http://bluedevilnation.net/2012/03/a...eason-at-duke/ I had a recent one on one with Alex Murphy and he seems to be fine with the decision to redshirt him but it is tough not playing for a kid who has never sat out a season.
Over the next 4 years though, I believe we will be very happy that Alex redshirted. I loved hearing from him and seeing his perspective. He's got the mindset of a Duke player. Thanks, Mark!
Take a look at the two images in this article without reading the text:
which one is random?
Or you could say we as a team were cold. Whatever -- in either case, it doesn't mean that the team didn't put in effort. They were executing the offense reasonably well, and just not making the open shots. Meanwhile Carolina was making shots like henson's ridiculously awkward running left handed hook shot over Miles. It happens. I'm certainly not saying Duke played error free, but sometimes the shots just don't fall.
This decision to red shirt Alex and play Michael only very limited minutes seems to go hand in hand. Both players would have gotten a lot of PT at other smaller programs and lord knows, we really have needed a solid small forward. They really would have competed with Andre for PT. That said, coach K must feel neither is ready for major program NCAA div I basketball. He sees them every day and we don't, so we have to abide by his judgment.
We have been guessing at what the roster will look like next year. With so few leaving, it seems like these kids will be facing the same up hill battle for PT next year as well. I wish the best for them.
At least Marshall knows a spot will be open for him next year.
Gbinije pretty much wasted the season not getting any serious playing time, it felt like he was getting red shirt.
Cook could have used an injury red shirt to get his knee right.
Basically, I would argue that shooting is a complicated process. There is a lot that goes into the ultimate odds of making any given shot: the defender's proximity, height, and hand-placement; the shooter's talent, height, sight lines, and psychological constitution; the type of shot; the crowd's influence; and, of course, random chance. To make matters worse, the amount of influence carried by each of these factors changes with every shot. No wonder people have such a hard time deciding why a particular shot just didn't drop.
As for the UNC debacle, I felt like once we missed a few early, we did psych ourselves out a little. Things began to seem rushed, even nervy. That nervousness made each of the following shots less likely to swish (though still possible), and that combined with some bad luck led to our prolonged drought. At least, that's my take. Others are free to disagree.
"With seven national titles and 20 Final Fours in the 64-team NCAA Tournament era, Duke and UNC have had more playoff success than any other CONFERENCE." - Al Featherston
So is there any info on Alex and Marshall's progress this year as players while practicing with the team?
I think Q was an insurance policy to stay active and get minutes in the event of multiple injuries.
As for Cook, he had some brilliant moments. Nice moves, added lift to the team. However, something in his body language made me think he was still favoring his knee... at least mentally.. I think having a pre-season to actively participate will help him more than anything. The biggest key element missing is someone who can make an effective entry pass to the Big in the right position to execute. Having a passer like a Marshall would have made it look like Miles and Mason took quantum leaps in their post development.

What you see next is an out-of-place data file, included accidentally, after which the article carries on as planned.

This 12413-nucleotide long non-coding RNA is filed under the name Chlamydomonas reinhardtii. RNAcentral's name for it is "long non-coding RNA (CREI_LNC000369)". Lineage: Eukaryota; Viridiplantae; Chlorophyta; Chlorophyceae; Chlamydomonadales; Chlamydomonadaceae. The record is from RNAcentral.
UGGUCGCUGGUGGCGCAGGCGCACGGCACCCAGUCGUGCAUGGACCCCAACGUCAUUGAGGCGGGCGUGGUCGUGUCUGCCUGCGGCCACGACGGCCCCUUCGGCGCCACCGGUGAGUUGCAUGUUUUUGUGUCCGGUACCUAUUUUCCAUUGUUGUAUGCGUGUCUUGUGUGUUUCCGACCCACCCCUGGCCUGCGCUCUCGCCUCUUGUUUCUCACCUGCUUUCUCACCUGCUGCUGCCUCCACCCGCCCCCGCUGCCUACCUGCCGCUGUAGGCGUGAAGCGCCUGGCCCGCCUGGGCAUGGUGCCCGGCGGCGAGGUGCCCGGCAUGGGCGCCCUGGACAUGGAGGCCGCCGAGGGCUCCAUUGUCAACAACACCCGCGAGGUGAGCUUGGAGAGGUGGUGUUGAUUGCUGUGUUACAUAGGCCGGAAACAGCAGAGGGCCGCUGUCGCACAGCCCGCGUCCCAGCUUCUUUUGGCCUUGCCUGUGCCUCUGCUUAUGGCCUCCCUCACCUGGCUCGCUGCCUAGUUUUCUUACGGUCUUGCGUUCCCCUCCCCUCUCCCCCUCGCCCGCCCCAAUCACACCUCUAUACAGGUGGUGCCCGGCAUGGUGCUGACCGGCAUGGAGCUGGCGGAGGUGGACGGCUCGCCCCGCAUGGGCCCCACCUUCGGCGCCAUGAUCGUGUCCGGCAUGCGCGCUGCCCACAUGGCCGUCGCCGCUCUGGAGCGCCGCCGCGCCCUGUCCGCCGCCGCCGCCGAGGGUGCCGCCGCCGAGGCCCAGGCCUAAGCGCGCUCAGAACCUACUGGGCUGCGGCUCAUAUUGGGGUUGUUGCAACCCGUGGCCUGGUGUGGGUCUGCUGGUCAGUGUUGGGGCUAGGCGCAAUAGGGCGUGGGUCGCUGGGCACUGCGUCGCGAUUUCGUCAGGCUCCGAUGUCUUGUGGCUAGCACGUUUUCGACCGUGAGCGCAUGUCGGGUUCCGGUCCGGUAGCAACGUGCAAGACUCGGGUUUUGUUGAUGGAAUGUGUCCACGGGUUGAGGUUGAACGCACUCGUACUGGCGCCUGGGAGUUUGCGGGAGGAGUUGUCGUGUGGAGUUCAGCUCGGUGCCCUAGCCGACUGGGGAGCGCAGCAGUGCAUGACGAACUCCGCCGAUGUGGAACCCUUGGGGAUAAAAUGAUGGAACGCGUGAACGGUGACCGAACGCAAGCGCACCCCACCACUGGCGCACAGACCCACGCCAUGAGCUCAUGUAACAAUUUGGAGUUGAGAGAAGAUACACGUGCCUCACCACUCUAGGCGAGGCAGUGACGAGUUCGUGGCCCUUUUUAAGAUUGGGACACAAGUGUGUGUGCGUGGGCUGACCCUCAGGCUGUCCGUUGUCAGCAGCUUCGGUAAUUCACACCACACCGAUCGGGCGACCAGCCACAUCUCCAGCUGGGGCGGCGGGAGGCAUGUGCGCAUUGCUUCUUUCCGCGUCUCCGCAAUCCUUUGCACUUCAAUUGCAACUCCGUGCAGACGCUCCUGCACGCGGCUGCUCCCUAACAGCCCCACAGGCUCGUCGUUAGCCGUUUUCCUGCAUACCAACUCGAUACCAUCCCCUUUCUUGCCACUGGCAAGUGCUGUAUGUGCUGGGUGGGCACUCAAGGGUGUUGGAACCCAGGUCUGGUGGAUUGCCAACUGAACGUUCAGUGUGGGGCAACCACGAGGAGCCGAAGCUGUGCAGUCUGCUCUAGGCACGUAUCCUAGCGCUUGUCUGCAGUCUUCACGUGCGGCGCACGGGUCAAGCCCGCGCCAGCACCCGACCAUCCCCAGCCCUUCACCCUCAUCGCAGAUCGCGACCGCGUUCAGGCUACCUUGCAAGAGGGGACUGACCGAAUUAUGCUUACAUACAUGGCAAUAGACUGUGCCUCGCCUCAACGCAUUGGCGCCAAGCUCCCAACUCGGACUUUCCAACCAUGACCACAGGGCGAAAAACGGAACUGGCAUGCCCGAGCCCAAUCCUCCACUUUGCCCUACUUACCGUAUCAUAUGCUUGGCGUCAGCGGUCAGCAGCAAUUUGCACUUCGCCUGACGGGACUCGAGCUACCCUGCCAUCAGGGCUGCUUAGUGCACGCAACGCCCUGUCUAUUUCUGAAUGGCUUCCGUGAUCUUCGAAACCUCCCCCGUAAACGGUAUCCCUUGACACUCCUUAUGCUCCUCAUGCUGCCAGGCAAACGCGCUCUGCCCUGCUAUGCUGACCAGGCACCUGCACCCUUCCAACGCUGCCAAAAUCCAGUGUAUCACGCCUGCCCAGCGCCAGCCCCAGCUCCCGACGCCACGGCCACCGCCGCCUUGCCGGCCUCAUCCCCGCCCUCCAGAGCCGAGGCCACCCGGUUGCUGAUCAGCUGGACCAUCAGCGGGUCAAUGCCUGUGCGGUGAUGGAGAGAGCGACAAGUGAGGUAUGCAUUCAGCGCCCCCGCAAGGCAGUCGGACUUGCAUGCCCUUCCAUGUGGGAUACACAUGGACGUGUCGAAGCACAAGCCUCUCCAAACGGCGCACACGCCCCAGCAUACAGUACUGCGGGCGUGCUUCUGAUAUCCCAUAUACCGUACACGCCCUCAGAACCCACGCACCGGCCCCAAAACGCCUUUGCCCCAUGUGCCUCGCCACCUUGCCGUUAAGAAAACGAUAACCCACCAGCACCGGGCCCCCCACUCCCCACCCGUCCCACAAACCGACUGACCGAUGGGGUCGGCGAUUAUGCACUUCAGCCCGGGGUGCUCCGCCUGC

When we're discussing this, remember that redshirting was Alex Murphy's idea. Not only that, it was expressed intention when he decided to come to Duke early— http://dukechronicle.com/article/mur...-redshirt-year
Trinity 2012, University of Michigan (PhD) 2017
Duke Chronicle, Sports Online Editor: 2010-2012
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Maybe redshirting is the right thing for a couple of hypothetical reasons. One if the player you thought you recruited isn't ready in ability or strength or in the other case maybe the year redshirting will help him improve so much that a player (let's call this one Murphy) will need only one or two years at the college level to be able to make mega bucks at the next level.
Re your first reason, obviously a possibility--I think it's important to remember, though, that in Murphy's case his concussion in practice seemed to be a big piece of the puzzle. It set him back at a crucial time and appeared to play a pretty big role in what was billed as a mutual decision (initiated by Murphy) to go with the redshirt.
The redshirt seems applicable only in a situation where a player is seriously considering the possibility of playing for 4 years in college, but isn't ready physically (likely applicable as Murphy was pretty skinny) or is so far buried in the rotation that he isn't going to get minutes (not applicable).
I guess this is all a product of the one-and-done way of thinking where we all think every freshman will come in and contribute in some way.
Could the redshirt freshman have a place in basketball? I imagine top programs could use some 5 year leaders to help direct and anchor the one-and-dones. Is this K on the cutting edge again?